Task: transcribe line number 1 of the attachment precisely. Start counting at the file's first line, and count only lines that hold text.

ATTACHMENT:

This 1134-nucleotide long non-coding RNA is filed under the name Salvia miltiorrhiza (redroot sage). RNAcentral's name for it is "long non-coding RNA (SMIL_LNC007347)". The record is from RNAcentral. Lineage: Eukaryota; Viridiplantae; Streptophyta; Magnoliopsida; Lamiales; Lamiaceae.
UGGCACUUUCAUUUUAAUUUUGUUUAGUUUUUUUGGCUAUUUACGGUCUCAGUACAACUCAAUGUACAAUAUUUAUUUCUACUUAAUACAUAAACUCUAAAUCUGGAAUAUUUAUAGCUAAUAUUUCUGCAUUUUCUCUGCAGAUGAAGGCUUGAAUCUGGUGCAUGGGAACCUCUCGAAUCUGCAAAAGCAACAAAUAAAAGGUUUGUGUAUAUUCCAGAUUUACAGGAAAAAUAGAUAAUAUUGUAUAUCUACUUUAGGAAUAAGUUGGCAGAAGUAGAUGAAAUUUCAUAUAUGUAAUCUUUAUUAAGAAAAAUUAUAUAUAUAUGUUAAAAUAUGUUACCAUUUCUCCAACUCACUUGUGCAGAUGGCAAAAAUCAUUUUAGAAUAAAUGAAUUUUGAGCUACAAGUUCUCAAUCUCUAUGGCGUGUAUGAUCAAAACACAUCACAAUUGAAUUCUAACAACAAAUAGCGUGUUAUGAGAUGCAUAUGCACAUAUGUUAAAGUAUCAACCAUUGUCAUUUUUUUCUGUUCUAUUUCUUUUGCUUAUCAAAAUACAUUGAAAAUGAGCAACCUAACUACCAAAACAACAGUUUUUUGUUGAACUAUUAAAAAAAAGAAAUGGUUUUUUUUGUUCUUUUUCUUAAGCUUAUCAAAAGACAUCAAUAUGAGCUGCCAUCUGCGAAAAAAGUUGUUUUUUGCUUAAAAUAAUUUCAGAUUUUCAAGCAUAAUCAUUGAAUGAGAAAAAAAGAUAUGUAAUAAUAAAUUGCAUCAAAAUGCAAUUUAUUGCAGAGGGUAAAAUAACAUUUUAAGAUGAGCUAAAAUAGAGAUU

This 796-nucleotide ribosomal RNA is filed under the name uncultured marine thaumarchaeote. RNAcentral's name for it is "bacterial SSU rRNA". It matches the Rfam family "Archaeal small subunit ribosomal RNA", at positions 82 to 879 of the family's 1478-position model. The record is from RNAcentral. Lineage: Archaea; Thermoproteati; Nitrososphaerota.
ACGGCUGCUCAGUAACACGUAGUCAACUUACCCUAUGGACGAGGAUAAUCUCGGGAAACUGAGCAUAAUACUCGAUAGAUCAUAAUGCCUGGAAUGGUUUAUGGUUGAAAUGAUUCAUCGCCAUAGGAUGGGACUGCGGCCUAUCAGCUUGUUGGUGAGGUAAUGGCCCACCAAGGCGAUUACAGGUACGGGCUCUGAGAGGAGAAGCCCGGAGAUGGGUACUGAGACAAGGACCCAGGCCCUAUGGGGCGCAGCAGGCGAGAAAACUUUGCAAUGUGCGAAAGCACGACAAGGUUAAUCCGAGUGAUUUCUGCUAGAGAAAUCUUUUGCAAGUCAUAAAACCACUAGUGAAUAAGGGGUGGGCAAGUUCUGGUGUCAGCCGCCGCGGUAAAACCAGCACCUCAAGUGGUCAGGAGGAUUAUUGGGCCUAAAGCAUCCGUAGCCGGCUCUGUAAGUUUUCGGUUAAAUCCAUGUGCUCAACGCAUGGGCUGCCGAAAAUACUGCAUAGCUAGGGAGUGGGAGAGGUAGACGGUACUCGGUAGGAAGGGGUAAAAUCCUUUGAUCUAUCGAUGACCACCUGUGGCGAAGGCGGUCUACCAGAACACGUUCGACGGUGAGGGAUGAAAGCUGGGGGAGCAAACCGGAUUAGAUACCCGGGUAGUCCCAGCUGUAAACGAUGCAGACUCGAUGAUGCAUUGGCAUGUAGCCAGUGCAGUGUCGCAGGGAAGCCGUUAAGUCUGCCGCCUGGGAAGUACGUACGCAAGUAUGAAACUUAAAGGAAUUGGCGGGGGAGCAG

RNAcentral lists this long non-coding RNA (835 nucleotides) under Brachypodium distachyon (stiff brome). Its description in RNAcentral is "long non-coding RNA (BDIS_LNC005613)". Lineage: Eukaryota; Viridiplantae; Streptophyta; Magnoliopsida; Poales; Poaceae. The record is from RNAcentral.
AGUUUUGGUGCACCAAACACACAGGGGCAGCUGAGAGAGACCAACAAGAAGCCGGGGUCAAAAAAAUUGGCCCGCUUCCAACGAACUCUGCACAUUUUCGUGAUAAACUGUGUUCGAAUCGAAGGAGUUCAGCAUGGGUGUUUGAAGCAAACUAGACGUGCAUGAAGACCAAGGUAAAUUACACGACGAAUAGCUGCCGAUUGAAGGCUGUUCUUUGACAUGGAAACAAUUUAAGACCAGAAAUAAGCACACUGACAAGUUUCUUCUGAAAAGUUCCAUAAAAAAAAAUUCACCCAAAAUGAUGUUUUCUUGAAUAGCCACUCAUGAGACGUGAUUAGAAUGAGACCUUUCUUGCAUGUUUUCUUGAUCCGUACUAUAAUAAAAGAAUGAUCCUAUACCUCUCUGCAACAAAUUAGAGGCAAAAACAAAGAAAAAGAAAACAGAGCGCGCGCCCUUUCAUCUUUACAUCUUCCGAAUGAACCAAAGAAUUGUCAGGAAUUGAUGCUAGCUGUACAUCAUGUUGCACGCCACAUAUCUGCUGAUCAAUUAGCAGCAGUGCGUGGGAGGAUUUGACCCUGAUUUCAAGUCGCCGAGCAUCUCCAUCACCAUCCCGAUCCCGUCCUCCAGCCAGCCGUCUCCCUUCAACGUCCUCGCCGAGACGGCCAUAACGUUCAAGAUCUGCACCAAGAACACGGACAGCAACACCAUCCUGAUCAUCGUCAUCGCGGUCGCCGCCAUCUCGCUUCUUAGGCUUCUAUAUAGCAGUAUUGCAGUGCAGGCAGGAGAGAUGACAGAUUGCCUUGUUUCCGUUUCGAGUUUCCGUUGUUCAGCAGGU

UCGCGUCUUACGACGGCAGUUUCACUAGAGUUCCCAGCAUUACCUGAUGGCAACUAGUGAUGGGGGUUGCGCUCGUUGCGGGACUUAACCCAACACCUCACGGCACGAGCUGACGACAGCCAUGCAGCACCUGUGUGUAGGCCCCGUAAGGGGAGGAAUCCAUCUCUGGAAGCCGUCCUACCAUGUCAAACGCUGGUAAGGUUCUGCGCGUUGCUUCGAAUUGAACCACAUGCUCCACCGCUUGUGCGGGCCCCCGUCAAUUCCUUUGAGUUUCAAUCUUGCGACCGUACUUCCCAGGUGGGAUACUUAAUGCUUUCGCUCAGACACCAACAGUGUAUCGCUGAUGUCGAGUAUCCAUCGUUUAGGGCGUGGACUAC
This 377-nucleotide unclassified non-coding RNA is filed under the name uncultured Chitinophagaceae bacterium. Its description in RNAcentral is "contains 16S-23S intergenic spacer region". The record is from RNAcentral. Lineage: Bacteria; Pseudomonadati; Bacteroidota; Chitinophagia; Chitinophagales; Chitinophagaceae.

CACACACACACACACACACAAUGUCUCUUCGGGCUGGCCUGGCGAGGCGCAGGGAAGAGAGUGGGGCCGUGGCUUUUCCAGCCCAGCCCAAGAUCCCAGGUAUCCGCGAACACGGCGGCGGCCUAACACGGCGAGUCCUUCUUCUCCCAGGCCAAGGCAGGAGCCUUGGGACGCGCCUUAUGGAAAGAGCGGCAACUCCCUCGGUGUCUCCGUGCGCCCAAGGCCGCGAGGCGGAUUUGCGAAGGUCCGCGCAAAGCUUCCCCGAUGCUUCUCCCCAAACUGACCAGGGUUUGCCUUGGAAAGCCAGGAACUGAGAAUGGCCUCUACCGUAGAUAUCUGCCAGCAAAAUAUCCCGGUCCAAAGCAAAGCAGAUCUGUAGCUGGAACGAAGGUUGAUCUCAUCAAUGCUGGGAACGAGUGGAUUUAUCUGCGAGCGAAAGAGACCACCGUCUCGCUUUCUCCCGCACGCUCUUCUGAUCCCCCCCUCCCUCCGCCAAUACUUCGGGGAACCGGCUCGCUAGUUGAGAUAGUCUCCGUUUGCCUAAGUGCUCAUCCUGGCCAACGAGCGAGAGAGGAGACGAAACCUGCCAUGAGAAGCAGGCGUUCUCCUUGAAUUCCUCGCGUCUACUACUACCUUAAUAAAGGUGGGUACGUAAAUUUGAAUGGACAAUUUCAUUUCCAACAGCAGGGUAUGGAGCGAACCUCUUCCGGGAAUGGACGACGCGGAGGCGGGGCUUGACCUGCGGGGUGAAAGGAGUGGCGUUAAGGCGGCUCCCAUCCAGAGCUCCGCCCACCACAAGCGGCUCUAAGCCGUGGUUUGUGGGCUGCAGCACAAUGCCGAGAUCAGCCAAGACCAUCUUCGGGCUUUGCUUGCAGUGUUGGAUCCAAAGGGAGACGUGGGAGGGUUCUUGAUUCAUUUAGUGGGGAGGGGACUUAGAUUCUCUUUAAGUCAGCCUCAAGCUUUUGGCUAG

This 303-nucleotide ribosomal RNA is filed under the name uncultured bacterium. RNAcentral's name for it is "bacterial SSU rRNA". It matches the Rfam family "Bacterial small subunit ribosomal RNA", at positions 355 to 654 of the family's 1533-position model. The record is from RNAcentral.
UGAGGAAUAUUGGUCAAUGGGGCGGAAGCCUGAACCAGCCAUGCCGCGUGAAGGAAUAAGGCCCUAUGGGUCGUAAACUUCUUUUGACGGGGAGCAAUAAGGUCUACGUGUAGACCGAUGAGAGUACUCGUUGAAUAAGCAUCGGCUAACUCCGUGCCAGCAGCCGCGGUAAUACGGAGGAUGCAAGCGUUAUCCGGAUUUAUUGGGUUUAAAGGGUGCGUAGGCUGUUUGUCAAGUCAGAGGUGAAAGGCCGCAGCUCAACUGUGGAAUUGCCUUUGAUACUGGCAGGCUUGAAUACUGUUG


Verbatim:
This 1134-nucleotide long non-coding RNA is filed under the name Salvia miltiorrhiza (redroot sage). RNAcentral's name for it is "long non-coding RNA (SMIL_LNC007347)". The record is from RNAcentral. Lineage: Eukaryota; Viridiplantae; Streptophyta; Magnoliopsida; Lamiales; Lamiaceae.